DUBAI, United Arab Emirates — A copious contingent of film industry executives from the Nordic region, including producers, directors and representatives from national film institutions, gathered at the Dubai Film Market for three intense days, resulting in meetings with potential partners in Arab countries and some distribution deals for Scandinavian films.
The DFC, which is the co-production platform of the Dubai fest, brings international and Arab film professionals together to collaborate on approximately 10 selected projects each year.
Sørfond, which has been attending the DFC for the past four years, is providing a new DFC award starting this year which will provide a selected project the opportunity to pitch at the Sørfond Pitching Forum in Oslo in 2017. The main objective of Sørfond is to stimulate production of films in developing countries where they can be impeded by political or economic causes and to increase the Norwegian film industry’s international collaborations.
This year’s winning project was “A Girl Made of Dust,” a drama about a family living in a village near Beirut during the 1980s Lebanese civil war. “Girl” is the second feature by Israeli-Arab actress Hiam Abbass (pictured) whose first film was “Inheritance.” The nod was received by Lebanese producer Sabine Sidawi.
The pitching forum is held during the Films from the South Festival in Oslo. It gives international producers from developing countries a chance to present their projects to potential Norwegian co-producers, with the aim of entering into a co-production agreement and applying for further Sørfond support.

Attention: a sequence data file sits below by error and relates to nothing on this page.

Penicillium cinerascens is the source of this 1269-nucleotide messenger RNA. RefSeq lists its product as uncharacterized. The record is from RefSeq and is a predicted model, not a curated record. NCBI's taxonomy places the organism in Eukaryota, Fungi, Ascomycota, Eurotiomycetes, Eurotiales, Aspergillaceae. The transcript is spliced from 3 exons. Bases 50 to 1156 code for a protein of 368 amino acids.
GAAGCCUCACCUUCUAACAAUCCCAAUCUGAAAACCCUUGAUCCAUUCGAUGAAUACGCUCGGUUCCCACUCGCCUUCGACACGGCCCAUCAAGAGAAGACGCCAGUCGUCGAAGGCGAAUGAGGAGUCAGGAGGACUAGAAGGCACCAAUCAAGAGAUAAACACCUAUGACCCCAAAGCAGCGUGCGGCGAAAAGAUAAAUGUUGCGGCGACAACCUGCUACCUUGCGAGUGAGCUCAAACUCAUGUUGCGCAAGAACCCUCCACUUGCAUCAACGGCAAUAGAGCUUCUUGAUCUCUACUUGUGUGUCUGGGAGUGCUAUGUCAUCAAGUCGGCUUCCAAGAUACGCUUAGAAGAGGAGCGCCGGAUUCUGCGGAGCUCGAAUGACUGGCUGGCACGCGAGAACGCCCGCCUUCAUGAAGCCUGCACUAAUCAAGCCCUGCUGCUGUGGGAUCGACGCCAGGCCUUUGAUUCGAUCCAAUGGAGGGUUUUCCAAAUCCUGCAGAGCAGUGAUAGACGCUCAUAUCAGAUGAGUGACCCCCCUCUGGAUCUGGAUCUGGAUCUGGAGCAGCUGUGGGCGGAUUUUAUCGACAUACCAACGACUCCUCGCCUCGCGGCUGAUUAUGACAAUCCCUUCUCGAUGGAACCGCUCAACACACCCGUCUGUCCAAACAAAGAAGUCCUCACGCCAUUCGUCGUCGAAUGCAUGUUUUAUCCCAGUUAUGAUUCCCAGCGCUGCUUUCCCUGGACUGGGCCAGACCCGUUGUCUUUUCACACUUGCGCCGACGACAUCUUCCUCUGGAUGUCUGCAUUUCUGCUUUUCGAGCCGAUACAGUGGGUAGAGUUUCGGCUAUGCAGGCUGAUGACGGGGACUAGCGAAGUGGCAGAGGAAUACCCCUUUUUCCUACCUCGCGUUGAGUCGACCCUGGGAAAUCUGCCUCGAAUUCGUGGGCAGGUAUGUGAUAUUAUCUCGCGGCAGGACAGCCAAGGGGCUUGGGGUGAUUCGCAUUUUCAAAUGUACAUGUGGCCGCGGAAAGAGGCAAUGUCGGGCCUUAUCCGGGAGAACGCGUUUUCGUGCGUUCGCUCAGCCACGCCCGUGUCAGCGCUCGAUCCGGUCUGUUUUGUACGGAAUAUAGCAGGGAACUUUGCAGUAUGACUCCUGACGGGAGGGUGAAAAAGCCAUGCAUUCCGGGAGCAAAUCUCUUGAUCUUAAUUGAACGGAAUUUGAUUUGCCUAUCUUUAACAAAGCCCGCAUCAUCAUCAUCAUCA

“Since its first round of grants in 2012, Sørfond has become an increasingly important player in the tough market of co-financing film productions beyond the western hemisphere,” said Lasse Skagen, artistic director of Sørfond, in a statement. “It is obvious that Dubai International Film Festival and the Dubai Film Connection has become the most important meeting place for Arab filmmakers to both present new projects and to screen their finished films. And for Sørfond we are very grateful to become an official partner with this important player in the international film industry.”
Players from both the Arab regions and the Scandinavian countries agreed that this year’s Dubai Film Market’s Nordic initiative represented an important first step towards future collaborations.
“The film institute representatives have gotten a much clearer picture of the production and distribution environment in the MENA region,” said Swedish Film Institute Festivals Manager Petter Mattson.
Distribution is still a difficult area, especially considering the potential audience of nearly 200,000 Arabic-speaking people in Sweden. While films from the Nordic countries can face content censorship in the MENA region, films from the Arab world currently end up in art house cinemas in Scandinavia. However “in many cases the people speaking Arabic aren’t [even] aware of these cinemas,” says Mattsson. In the long run this has to do with integration, and is thus a political matter. But it is also a matter of distribution platforms. “If the films won’t reach their primary audience via traditional theatrical distribution, are there alternative ways to get them seen?”